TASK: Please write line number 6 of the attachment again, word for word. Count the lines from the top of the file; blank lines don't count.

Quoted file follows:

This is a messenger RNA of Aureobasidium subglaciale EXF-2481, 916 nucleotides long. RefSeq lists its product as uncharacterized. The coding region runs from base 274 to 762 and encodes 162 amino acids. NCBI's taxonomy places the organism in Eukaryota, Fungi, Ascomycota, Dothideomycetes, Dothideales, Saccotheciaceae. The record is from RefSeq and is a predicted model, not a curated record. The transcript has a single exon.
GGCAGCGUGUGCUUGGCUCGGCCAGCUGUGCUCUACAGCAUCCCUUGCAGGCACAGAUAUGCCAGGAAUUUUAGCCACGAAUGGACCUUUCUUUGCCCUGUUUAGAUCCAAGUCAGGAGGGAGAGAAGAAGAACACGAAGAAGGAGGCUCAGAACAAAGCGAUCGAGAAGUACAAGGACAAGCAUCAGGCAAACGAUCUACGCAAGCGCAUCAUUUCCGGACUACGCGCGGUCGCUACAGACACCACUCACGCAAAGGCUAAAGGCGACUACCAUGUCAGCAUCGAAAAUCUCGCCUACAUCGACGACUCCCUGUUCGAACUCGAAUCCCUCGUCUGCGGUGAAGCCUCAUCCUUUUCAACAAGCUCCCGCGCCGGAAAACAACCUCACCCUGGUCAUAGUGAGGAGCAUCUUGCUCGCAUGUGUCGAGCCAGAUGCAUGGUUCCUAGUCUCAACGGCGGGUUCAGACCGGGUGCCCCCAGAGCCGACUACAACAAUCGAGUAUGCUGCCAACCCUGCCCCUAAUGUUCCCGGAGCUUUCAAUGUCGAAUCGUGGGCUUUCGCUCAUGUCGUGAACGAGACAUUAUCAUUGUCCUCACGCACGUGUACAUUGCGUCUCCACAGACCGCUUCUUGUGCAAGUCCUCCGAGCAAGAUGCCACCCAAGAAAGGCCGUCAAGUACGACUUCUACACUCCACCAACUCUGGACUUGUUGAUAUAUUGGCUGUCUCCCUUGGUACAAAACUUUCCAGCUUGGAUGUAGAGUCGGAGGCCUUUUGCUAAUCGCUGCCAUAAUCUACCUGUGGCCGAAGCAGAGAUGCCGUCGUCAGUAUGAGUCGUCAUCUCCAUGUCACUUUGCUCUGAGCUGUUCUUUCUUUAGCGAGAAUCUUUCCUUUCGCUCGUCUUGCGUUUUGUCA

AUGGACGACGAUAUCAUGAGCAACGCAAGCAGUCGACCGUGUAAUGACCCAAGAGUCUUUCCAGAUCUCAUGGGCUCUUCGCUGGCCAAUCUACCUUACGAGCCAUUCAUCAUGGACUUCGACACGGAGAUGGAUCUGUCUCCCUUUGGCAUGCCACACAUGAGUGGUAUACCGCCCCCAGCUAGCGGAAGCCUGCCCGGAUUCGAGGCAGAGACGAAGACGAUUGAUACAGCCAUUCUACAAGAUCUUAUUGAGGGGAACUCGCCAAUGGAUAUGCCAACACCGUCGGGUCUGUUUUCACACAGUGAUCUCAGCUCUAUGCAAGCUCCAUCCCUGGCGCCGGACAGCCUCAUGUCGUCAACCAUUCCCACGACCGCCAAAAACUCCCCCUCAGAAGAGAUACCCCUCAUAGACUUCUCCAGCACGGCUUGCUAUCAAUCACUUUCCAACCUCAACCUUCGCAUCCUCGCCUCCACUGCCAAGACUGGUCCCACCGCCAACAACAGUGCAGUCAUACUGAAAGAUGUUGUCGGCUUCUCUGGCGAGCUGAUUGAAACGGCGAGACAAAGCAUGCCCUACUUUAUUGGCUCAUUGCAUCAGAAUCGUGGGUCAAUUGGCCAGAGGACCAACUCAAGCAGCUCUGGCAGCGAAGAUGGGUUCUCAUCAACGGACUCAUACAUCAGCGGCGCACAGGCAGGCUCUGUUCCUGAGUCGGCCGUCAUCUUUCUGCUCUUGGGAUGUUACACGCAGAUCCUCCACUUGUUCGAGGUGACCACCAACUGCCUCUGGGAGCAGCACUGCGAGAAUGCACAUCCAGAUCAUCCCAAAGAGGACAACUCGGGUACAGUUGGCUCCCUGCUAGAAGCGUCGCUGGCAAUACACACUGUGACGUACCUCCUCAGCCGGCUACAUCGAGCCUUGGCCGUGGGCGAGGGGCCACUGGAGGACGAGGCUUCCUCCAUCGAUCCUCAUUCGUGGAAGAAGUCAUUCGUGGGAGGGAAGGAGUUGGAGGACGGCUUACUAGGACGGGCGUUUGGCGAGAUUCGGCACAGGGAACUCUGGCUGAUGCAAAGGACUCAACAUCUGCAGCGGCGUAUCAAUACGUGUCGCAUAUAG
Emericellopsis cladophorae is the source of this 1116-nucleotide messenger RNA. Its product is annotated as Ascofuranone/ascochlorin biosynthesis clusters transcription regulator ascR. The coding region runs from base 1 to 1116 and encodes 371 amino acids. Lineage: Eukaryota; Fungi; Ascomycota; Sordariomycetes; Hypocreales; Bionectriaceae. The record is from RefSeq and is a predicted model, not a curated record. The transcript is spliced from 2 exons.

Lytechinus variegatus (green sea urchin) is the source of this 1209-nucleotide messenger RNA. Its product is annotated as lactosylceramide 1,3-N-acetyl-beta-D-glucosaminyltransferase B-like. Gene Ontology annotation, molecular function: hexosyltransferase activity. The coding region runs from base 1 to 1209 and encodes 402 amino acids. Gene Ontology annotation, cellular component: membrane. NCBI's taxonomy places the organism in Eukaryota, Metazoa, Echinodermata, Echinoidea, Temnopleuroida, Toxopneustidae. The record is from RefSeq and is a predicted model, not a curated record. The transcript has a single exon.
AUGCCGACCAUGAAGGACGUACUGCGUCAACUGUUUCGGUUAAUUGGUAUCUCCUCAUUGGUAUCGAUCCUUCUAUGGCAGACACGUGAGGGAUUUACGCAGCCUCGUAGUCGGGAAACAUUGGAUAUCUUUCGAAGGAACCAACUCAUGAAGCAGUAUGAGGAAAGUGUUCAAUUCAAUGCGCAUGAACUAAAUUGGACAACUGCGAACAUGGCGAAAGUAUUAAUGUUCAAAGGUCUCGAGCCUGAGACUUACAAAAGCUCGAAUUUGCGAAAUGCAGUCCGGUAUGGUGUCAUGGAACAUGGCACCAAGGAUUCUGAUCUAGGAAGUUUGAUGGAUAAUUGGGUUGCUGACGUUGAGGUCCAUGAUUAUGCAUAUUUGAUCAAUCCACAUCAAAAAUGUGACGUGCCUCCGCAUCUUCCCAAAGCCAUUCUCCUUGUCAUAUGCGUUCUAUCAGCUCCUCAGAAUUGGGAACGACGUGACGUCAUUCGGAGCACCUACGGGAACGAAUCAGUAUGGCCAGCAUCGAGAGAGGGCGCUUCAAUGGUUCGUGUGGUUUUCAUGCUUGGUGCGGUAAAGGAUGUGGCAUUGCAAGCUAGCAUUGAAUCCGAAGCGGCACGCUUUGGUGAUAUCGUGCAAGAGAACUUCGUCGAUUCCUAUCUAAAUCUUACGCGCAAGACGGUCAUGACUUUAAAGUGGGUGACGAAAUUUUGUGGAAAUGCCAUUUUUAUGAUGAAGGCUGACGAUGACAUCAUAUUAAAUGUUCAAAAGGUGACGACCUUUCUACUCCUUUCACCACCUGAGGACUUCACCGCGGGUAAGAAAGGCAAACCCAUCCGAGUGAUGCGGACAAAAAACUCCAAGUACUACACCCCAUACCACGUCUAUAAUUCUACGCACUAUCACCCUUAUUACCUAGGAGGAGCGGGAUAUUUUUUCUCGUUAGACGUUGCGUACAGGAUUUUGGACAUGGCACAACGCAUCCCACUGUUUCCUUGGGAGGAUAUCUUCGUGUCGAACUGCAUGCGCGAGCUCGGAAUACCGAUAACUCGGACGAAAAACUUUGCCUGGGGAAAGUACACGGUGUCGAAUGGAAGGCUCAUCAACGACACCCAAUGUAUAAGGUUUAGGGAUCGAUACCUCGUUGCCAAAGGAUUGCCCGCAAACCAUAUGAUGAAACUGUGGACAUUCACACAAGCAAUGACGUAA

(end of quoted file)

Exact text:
AUGCCGACCAUGAAGGACGUACUGCGUCAACUGUUUCGGUUAAUUGGUAUCUCCUCAUUGGUAUCGAUCCUUCUAUGGCAGACACGUGAGGGAUUUACGCAGCCUCGUAGUCGGGAAACAUUGGAUAUCUUUCGAAGGAACCAACUCAUGAAGCAGUAUGAGGAAAGUGUUCAAUUCAAUGCGCAUGAACUAAAUUGGACAACUGCGAACAUGGCGAAAGUAUUAAUGUUCAAAGGUCUCGAGCCUGAGACUUACAAAAGCUCGAAUUUGCGAAAUGCAGUCCGGUAUGGUGUCAUGGAACAUGGCACCAAGGAUUCUGAUCUAGGAAGUUUGAUGGAUAAUUGGGUUGCUGACGUUGAGGUCCAUGAUUAUGCAUAUUUGAUCAAUCCACAUCAAAAAUGUGACGUGCCUCCGCAUCUUCCCAAAGCCAUUCUCCUUGUCAUAUGCGUUCUAUCAGCUCCUCAGAAUUGGGAACGACGUGACGUCAUUCGGAGCACCUACGGGAACGAAUCAGUAUGGCCAGCAUCGAGAGAGGGCGCUUCAAUGGUUCGUGUGGUUUUCAUGCUUGGUGCGGUAAAGGAUGUGGCAUUGCAAGCUAGCAUUGAAUCCGAAGCGGCACGCUUUGGUGAUAUCGUGCAAGAGAACUUCGUCGAUUCCUAUCUAAAUCUUACGCGCAAGACGGUCAUGACUUUAAAGUGGGUGACGAAAUUUUGUGGAAAUGCCAUUUUUAUGAUGAAGGCUGACGAUGACAUCAUAUUAAAUGUUCAAAAGGUGACGACCUUUCUACUCCUUUCACCACCUGAGGACUUCACCGCGGGUAAGAAAGGCAAACCCAUCCGAGUGAUGCGGACAAAAAACUCCAAGUACUACACCCCAUACCACGUCUAUAAUUCUACGCACUAUCACCCUUAUUACCUAGGAGGAGCGGGAUAUUUUUUCUCGUUAGACGUUGCGUACAGGAUUUUGGACAUGGCACAACGCAUCCCACUGUUUCCUUGGGAGGAUAUCUUCGUGUCGAACUGCAUGCGCGAGCUCGGAAUACCGAUAACUCGGACGAAAAACUUUGCCUGGGGAAAGUACACGGUGUCGAAUGGAAGGCUCAUCAACGACACCCAAUGUAUAAGGUUUAGGGAUCGAUACCUCGUUGCCAAAGGAUUGCCCGCAAACCAUAUGAUGAAACUGUGGACAUUCACACAAGCAAUGACGUAA